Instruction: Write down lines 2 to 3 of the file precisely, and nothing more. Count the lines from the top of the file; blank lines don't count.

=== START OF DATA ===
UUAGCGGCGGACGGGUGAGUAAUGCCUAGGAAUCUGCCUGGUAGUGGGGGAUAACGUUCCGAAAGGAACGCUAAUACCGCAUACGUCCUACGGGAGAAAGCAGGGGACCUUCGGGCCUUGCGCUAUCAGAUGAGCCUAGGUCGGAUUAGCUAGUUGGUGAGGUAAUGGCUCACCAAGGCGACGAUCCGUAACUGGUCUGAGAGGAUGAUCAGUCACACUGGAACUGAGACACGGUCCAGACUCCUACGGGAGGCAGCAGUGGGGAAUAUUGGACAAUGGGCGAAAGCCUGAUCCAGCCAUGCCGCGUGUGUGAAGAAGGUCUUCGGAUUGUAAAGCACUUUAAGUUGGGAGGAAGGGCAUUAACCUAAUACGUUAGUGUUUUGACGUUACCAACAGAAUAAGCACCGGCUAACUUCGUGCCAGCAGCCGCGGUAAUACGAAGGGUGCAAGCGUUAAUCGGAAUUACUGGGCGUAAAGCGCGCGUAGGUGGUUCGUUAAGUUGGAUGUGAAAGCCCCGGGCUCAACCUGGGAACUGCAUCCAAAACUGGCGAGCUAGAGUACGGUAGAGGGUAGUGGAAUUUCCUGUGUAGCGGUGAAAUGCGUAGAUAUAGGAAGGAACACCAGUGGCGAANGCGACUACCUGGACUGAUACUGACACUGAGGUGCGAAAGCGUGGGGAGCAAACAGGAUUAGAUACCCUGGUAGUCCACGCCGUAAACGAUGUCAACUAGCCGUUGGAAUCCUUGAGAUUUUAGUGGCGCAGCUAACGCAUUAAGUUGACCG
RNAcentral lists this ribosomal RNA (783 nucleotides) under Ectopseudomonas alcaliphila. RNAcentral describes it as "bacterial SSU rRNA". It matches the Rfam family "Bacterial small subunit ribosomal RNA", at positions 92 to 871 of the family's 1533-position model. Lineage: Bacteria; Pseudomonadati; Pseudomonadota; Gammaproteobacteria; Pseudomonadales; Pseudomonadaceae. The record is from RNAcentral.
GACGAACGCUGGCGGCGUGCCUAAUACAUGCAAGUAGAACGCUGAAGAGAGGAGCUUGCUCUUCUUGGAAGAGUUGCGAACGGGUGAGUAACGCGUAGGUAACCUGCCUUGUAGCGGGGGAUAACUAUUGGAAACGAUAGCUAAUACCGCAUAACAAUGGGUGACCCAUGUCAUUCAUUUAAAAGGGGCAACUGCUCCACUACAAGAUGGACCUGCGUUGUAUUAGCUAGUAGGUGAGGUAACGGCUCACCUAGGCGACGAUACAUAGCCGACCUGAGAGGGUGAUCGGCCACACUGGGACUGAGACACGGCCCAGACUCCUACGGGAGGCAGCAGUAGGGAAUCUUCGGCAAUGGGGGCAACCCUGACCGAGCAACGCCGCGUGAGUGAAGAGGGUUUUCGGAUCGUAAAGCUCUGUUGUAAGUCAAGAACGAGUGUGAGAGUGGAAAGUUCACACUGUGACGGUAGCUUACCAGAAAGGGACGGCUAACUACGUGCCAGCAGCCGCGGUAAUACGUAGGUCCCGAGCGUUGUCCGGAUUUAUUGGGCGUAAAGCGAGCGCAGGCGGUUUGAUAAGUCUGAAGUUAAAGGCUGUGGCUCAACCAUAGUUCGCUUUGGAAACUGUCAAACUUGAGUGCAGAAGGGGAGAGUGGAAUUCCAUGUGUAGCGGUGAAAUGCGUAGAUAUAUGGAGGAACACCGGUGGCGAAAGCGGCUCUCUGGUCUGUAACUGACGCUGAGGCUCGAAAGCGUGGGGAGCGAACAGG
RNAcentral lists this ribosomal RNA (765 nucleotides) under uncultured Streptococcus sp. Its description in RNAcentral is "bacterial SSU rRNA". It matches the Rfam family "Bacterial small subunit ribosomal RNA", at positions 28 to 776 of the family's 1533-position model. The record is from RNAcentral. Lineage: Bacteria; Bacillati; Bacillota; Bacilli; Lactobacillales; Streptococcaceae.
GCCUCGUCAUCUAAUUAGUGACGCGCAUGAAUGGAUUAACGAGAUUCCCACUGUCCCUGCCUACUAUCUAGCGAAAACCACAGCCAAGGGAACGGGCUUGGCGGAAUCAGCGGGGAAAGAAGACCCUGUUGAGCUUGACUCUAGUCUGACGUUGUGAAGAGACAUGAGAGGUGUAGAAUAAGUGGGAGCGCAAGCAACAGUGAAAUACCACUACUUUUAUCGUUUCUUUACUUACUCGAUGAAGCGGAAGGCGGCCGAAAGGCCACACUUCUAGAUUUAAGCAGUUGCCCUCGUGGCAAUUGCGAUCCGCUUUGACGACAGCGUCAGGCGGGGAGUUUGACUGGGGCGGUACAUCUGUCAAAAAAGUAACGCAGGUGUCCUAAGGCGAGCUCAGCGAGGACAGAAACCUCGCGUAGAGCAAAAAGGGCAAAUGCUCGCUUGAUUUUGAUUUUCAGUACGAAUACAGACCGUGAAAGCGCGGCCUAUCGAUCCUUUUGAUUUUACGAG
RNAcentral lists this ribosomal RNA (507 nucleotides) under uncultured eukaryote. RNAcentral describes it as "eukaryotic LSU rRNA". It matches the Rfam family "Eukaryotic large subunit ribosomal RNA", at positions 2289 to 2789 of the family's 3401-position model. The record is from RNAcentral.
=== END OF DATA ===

RNAcentral lists this ribosomal RNA (783 nucleotides) under Ectopseudomonas alcaliphila. RNAcentral describes it as "bacterial SSU rRNA". It matches the Rfam family "Bacterial small subunit ribosomal RNA", at positions 92 to 871 of the family's 1533-position model. Lineage: Bacteria; Pseudomonadati; Pseudomonadota; Gammaproteobacteria; Pseudomonadales; Pseudomonadaceae. The record is from RNAcentral.
GACGAACGCUGGCGGCGUGCCUAAUACAUGCAAGUAGAACGCUGAAGAGAGGAGCUUGCUCUUCUUGGAAGAGUUGCGAACGGGUGAGUAACGCGUAGGUAACCUGCCUUGUAGCGGGGGAUAACUAUUGGAAACGAUAGCUAAUACCGCAUAACAAUGGGUGACCCAUGUCAUUCAUUUAAAAGGGGCAACUGCUCCACUACAAGAUGGACCUGCGUUGUAUUAGCUAGUAGGUGAGGUAACGGCUCACCUAGGCGACGAUACAUAGCCGACCUGAGAGGGUGAUCGGCCACACUGGGACUGAGACACGGCCCAGACUCCUACGGGAGGCAGCAGUAGGGAAUCUUCGGCAAUGGGGGCAACCCUGACCGAGCAACGCCGCGUGAGUGAAGAGGGUUUUCGGAUCGUAAAGCUCUGUUGUAAGUCAAGAACGAGUGUGAGAGUGGAAAGUUCACACUGUGACGGUAGCUUACCAGAAAGGGACGGCUAACUACGUGCCAGCAGCCGCGGUAAUACGUAGGUCCCGAGCGUUGUCCGGAUUUAUUGGGCGUAAAGCGAGCGCAGGCGGUUUGAUAAGUCUGAAGUUAAAGGCUGUGGCUCAACCAUAGUUCGCUUUGGAAACUGUCAAACUUGAGUGCAGAAGGGGAGAGUGGAAUUCCAUGUGUAGCGGUGAAAUGCGUAGAUAUAUGGAGGAACACCGGUGGCGAAAGCGGCUCUCUGGUCUGUAACUGACGCUGAGGCUCGAAAGCGUGGGGAGCGAACAGG